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Friday, November 13, 2015

FLUTTER AND HUM: ALETEO Y ZUMBIDO by Julie Paschkis


I am a literacy coach at a dual language school. I speak some Spanish, and I work on my Spanish pretty much every single day, but I am not bilingual. It's really, really, really hard to learn a new language.

As a literacy coach, I am responsible for supporting English and Spanish teachers. Over the past few years, I have found it much harder to support the Spanish teachers, not only because of my lack of fluency, but also because of the lack of resources. There simply aren't as many great books published in Spanish as there are in English.  I'm always delighted, then, when I come across a new title. This week, in my reading of CYBILS nominees, I came across a terrific new bilingual poetry book.

FLUTTER AND HUM: ALETEO Y ZUMBIDO by Julie Paschkis, is a collection of fifteen animal poems- snake, turtle, crow, heron, parrot, dog, cat, cow, fly, whale, deer, moth, owl, fish-- in English and in Spanish. Each poem is a two-page spread, English on the left and Spanish on the right. Each poem is accompanied by Julie Paschkis' gorgeous folk art, with words/palabras embedded in the illustrations.



One of my favorite poems from the book was the lead poem, "Snake."

SNAKE

Slithering
through the grass
the sinuous snake
is writing
a slippery poem
with his body.
But his alphabet is
too simple.
He only knows
one letter:
ssssssssss.


LA SERPIENTE

Deslizándose
por la hierba
la serpiente sinuosa
está escribiendo
un poema resbaloso
con su cuerpo.
Pero su alfabeto
es súper sencillo.
Sólo sabe
una letra:
sssssssssss.

Julie Paschkis

As much as I loved the poems in this book, I loved the author's note in the back In this note, Julie says that she is not a native Spanish speaker, and has, in fact, only been speaking Spanish for about ten years. She became interested in the language when she was illustrating a book about Pablo Neruda. Paschkis says, "Somehow my unfamiliarity with Spanish freed me to write poetry. I felt like a visitor wandering through a forest of Spanish words, marveling at the beauty of sound, meaning, and syntax." As someone who struggles every single day to understand and communicate in a language that is not my own, I am blown away by this comment.  I can't imagine myself ever having enough facility to write poetry in Spanish. Wow.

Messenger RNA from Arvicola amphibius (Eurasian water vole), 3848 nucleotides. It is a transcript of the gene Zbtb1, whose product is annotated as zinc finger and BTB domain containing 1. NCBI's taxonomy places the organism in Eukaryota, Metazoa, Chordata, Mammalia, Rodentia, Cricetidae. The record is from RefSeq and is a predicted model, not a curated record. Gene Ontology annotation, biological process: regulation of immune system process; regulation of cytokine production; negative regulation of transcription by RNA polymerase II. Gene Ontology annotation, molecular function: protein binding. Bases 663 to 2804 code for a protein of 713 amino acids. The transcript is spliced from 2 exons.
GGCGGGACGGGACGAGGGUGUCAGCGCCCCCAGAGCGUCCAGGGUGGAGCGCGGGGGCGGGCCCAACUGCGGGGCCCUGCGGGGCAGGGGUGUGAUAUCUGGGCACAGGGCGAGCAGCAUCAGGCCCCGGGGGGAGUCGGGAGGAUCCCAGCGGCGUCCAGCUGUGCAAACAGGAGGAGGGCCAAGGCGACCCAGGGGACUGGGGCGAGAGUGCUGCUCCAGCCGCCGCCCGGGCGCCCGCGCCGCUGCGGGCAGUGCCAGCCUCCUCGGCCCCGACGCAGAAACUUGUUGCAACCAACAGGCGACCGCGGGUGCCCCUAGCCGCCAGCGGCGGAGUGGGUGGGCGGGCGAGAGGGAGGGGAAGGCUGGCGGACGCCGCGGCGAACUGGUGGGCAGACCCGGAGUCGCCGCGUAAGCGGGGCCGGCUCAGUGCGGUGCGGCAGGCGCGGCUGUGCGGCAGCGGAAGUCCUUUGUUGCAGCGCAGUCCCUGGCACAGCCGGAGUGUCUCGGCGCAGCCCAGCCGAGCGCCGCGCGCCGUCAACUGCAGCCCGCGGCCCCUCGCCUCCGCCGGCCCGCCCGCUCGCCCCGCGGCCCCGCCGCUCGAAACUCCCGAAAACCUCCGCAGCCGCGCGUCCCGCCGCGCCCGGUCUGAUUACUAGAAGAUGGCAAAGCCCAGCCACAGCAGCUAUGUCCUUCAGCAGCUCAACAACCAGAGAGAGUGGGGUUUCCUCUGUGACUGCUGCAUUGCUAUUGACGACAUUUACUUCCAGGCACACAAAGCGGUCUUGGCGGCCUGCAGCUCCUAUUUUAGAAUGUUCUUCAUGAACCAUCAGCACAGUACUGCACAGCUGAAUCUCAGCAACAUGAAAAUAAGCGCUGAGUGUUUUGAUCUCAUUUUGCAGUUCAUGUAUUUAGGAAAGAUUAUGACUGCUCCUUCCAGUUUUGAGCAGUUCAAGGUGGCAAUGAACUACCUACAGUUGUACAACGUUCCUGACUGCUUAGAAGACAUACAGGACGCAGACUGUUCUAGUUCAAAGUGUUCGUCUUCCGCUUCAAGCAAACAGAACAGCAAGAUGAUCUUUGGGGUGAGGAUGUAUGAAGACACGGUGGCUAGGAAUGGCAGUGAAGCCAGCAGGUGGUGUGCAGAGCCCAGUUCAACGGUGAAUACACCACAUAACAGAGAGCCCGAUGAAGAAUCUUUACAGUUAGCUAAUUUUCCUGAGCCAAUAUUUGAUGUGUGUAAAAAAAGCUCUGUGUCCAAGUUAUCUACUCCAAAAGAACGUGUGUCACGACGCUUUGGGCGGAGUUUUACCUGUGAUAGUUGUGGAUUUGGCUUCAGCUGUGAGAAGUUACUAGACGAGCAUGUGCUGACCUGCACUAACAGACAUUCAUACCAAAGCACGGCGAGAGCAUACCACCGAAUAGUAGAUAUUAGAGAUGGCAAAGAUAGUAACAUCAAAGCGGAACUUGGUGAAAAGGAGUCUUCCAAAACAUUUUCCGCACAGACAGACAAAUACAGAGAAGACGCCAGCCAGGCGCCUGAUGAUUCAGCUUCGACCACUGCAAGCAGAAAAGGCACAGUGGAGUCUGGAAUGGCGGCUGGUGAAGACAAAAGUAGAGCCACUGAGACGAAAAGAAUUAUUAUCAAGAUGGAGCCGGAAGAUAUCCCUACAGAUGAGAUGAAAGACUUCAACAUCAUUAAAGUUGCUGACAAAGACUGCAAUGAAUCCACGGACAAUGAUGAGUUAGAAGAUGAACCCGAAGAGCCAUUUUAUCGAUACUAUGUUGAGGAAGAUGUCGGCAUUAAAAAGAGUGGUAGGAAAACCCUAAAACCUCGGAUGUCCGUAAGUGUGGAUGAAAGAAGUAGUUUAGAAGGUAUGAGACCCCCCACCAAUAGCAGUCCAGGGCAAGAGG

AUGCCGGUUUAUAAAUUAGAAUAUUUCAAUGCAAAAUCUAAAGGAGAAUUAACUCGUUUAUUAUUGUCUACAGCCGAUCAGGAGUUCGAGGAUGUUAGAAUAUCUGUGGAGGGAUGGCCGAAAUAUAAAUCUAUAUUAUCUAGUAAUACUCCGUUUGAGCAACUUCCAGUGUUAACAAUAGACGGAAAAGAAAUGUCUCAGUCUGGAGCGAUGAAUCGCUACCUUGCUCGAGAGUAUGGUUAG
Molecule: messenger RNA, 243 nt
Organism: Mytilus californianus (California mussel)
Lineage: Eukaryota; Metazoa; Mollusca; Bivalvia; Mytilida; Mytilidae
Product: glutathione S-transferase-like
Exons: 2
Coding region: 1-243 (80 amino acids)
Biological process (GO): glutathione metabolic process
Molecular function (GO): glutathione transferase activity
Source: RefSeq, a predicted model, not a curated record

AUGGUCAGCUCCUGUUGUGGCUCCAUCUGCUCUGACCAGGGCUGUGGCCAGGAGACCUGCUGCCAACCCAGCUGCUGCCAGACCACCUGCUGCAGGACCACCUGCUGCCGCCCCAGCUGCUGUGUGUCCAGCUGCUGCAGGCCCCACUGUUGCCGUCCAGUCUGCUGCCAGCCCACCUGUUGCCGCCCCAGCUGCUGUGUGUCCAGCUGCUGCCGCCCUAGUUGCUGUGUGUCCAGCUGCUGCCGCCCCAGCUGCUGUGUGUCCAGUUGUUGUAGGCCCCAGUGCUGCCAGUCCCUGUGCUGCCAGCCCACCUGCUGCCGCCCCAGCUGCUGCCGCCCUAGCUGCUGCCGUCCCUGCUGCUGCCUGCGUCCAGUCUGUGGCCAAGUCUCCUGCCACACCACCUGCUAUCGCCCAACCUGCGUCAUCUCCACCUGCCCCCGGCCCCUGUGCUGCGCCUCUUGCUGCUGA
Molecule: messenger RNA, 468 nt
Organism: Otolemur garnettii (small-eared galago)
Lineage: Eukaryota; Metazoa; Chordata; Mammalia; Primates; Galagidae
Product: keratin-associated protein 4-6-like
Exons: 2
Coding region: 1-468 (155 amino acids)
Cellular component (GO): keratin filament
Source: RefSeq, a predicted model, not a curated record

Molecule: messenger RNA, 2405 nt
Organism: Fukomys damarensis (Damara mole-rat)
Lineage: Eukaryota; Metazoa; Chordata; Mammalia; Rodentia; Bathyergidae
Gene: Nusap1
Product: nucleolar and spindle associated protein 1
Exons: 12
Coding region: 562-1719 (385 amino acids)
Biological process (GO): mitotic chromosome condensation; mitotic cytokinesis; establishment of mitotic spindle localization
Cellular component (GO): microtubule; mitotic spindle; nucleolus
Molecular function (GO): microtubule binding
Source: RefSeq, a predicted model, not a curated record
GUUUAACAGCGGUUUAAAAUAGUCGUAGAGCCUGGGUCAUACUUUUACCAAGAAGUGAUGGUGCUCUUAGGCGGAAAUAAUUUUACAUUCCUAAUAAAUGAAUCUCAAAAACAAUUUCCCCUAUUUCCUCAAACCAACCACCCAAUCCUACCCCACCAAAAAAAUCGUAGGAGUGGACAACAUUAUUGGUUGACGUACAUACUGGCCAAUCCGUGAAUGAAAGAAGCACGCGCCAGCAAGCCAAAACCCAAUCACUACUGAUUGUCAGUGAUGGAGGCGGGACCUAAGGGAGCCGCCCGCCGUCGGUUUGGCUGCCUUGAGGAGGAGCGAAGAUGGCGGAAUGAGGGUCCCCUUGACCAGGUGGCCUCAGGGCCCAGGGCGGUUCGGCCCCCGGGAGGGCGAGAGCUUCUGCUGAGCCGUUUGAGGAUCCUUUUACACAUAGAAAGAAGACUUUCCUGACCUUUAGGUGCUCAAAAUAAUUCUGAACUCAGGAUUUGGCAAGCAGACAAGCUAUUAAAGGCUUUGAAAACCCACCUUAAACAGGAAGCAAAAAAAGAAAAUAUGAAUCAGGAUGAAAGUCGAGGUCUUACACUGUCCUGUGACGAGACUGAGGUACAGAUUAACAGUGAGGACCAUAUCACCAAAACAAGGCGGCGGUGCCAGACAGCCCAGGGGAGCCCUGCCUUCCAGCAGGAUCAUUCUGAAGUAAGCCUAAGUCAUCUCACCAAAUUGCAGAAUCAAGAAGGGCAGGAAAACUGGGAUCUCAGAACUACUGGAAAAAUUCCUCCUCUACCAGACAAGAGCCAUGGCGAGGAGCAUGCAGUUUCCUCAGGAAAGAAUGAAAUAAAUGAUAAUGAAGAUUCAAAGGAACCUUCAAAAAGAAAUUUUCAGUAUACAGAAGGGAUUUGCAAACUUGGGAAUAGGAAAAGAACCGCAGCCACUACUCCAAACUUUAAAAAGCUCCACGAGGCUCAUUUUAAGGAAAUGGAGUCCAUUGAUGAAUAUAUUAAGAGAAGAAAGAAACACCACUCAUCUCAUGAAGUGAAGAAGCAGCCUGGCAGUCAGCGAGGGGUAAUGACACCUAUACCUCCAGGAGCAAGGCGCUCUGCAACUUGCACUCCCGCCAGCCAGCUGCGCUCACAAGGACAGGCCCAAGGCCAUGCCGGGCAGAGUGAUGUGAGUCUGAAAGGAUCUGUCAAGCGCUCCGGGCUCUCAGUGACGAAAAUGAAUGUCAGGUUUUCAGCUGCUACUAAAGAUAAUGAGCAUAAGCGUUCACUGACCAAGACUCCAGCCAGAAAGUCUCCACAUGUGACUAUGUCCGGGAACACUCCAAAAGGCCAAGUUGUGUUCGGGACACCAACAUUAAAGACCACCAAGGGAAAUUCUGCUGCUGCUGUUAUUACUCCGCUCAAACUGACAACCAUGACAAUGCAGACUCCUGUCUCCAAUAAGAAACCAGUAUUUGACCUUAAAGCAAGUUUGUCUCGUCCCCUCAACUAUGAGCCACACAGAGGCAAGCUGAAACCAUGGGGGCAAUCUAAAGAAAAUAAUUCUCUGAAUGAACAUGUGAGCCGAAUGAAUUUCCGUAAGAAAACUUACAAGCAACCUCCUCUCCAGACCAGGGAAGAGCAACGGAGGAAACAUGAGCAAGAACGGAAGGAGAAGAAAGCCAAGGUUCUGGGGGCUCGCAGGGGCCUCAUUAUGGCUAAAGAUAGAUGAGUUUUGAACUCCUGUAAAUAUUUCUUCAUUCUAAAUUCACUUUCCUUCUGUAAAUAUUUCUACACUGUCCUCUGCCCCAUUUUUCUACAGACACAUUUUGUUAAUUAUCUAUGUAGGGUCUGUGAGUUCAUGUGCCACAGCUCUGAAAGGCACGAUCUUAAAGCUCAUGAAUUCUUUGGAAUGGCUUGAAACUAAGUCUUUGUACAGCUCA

Read Julie Paschkis' explanation of how she is learning Spanish and how she writes poems in Spanish here.

Read Jama Rattigan's review and interview with Julie Paschkis here.

Read the Kirkus review here.

I'm taking this book to school today for Poetry Friday!

Bridget, at Wee Words for Wee Ones, is hosting Poetry Friday today. 

3 comments:

Linda Baie said...

I loved this book, Carol, and for all the reasons you gave. Happy you'll be sharing it with your students. I'll let you know if I find other bilingual books.

jama said...

LOVE this book so much. Hope it gets serious Caldecott consideration. I was also blown away by Julie's note about writing the poems in Spanish first. She's totally amazing.

Thanks for the link love :)!

Bridget Magee said...

Wow, indeed, Carol! I am so glad this book is getting the recognition it deserves. The snake poem is perfect resonates with me as I am a desert dweller with snakes and have heard them writing a poem with just one letter, ssssssss. Fabulous! =)